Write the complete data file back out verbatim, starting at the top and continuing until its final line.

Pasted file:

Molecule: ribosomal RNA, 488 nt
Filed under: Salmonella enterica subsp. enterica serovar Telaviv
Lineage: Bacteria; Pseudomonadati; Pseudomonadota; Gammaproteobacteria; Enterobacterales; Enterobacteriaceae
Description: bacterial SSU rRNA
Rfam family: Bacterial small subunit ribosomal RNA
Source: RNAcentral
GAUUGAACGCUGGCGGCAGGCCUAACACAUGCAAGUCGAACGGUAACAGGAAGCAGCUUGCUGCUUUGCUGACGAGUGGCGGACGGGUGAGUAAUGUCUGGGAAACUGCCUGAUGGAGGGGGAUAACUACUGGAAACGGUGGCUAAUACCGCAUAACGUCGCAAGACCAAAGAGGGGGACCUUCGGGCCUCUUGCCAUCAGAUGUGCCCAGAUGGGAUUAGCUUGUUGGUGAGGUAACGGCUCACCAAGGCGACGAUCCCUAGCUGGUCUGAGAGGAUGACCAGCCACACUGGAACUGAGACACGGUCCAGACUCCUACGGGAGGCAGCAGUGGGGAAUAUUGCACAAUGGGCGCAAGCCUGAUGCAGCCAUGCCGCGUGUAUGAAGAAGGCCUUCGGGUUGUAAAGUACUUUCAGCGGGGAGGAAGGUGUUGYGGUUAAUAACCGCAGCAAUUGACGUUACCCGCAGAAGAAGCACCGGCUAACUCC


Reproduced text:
Molecule: ribosomal RNA, 488 nt
Filed under: Salmonella enterica subsp. enterica serovar Telaviv
Lineage: Bacteria; Pseudomonadati; Pseudomonadota; Gammaproteobacteria; Enterobacterales; Enterobacteriaceae
Description: bacterial SSU rRNA
Rfam family: Bacterial small subunit ribosomal RNA
Source: RNAcentral
GAUUGAACGCUGGCGGCAGGCCUAACACAUGCAAGUCGAACGGUAACAGGAAGCAGCUUGCUGCUUUGCUGACGAGUGGCGGACGGGUGAGUAAUGUCUGGGAAACUGCCUGAUGGAGGGGGAUAACUACUGGAAACGGUGGCUAAUACCGCAUAACGUCGCAAGACCAAAGAGGGGGACCUUCGGGCCUCUUGCCAUCAGAUGUGCCCAGAUGGGAUUAGCUUGUUGGUGAGGUAACGGCUCACCAAGGCGACGAUCCCUAGCUGGUCUGAGAGGAUGACCAGCCACACUGGAACUGAGACACGGUCCAGACUCCUACGGGAGGCAGCAGUGGGGAAUAUUGCACAAUGGGCGCAAGCCUGAUGCAGCCAUGCCGCGUGUAUGAAGAAGGCCUUCGGGUUGUAAAGUACUUUCAGCGGGGAGGAAGGUGUUGYGGUUAAUAACCGCAGCAAUUGACGUUACCCGCAGAAGAAGCACCGGCUAACUCC